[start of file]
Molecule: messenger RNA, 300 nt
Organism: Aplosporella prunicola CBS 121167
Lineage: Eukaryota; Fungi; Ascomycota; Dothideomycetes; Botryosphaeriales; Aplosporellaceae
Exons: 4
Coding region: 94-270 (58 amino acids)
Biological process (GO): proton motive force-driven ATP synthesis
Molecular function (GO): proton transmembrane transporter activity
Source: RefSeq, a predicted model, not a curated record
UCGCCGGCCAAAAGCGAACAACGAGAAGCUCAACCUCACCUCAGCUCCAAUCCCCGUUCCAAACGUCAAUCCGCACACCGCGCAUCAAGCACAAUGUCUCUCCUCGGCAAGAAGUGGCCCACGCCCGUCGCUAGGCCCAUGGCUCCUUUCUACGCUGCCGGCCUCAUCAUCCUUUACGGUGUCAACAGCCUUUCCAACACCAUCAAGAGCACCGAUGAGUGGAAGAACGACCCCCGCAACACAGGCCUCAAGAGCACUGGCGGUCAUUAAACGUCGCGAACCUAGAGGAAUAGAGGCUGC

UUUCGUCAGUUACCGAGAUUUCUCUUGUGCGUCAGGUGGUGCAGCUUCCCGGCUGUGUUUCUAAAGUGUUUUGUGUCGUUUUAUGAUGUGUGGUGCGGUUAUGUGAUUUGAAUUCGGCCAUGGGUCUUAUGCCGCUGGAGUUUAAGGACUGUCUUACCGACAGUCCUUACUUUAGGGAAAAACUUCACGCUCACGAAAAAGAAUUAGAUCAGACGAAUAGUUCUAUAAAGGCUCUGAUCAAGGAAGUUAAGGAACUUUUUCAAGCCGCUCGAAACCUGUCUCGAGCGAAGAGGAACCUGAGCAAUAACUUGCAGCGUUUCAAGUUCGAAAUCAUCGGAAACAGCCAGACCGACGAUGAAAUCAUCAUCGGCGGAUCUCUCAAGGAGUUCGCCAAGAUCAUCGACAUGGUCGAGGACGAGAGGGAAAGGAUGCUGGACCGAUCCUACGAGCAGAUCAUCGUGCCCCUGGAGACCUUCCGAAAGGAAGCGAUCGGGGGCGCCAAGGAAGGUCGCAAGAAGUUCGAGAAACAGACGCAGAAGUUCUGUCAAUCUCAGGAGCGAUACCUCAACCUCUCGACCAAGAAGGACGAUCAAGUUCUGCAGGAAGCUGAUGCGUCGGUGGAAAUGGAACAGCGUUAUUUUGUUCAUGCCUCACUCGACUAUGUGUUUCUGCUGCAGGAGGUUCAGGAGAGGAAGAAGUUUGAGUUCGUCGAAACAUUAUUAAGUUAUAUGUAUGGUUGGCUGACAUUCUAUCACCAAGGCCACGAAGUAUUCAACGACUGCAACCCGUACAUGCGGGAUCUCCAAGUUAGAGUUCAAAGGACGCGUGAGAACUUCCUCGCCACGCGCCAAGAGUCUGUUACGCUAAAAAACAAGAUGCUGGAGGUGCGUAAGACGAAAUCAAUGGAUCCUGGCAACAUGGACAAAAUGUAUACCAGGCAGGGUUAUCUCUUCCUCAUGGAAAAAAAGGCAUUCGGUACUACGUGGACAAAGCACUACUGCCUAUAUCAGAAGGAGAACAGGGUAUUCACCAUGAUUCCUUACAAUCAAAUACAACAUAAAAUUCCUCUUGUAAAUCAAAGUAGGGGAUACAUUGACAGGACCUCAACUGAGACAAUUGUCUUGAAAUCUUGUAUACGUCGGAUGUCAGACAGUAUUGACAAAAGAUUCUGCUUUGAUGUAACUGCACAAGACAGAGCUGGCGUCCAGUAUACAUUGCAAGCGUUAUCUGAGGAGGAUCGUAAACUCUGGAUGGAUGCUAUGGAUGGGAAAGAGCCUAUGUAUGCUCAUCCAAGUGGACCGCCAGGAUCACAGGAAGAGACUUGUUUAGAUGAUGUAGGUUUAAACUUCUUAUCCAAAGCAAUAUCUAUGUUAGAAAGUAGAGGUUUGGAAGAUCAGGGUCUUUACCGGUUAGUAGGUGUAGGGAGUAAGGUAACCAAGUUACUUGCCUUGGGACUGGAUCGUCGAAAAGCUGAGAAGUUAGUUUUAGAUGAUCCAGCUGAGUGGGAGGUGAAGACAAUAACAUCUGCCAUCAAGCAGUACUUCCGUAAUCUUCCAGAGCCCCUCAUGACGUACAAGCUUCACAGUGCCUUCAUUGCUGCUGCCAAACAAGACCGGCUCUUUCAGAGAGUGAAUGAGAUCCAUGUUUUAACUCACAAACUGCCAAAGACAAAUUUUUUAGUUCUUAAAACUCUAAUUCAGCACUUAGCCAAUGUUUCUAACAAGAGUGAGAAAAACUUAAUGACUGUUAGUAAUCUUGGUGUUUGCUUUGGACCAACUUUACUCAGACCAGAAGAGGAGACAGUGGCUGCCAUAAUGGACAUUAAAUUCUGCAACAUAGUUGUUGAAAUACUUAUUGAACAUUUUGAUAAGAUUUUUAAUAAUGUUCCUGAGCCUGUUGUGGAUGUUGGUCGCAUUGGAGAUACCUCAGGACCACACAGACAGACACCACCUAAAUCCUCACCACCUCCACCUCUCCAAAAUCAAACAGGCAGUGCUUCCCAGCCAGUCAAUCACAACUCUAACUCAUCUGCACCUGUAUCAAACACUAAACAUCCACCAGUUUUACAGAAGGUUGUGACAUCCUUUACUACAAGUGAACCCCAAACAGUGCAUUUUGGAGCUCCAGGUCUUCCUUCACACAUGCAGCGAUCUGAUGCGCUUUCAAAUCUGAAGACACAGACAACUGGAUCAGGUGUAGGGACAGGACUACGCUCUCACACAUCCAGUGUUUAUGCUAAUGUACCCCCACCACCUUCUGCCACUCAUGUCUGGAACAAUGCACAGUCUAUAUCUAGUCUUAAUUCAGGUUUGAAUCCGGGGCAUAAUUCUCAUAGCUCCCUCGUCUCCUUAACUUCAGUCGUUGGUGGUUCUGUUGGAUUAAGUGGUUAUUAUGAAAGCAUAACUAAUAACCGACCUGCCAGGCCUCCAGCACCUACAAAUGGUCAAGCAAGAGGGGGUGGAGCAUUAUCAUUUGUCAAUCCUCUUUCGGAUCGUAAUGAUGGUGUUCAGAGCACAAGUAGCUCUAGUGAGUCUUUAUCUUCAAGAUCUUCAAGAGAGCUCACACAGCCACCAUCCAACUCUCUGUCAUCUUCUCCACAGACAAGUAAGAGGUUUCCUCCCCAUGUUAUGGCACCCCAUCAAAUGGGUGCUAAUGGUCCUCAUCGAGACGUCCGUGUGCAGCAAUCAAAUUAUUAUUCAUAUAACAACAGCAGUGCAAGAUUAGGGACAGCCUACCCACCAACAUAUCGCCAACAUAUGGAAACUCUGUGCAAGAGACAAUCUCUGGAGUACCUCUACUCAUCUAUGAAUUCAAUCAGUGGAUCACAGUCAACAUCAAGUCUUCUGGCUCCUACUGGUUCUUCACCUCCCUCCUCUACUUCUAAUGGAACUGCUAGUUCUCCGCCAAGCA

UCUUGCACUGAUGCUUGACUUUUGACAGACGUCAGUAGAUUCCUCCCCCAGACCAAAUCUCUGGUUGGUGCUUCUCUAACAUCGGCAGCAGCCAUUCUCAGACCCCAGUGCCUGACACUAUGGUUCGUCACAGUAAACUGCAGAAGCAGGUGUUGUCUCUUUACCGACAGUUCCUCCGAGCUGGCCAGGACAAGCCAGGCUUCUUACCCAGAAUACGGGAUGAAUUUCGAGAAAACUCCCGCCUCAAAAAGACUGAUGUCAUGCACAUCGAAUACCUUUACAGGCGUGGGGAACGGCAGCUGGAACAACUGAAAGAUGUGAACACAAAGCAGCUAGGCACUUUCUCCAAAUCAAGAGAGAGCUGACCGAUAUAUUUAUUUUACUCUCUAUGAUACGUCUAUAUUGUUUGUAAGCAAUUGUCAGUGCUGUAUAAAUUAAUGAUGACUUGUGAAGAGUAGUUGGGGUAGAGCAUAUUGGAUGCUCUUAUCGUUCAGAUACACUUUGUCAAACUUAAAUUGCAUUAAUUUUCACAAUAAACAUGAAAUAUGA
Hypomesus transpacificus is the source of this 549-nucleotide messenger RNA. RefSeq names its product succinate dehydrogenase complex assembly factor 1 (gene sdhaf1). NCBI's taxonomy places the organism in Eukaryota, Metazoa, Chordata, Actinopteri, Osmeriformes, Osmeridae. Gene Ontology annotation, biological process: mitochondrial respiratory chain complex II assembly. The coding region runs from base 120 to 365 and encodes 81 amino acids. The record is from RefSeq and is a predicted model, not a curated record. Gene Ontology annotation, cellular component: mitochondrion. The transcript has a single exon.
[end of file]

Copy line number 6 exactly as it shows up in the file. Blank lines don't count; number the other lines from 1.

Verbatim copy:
Biological process (GO): proton motive force-driven ATP synthesis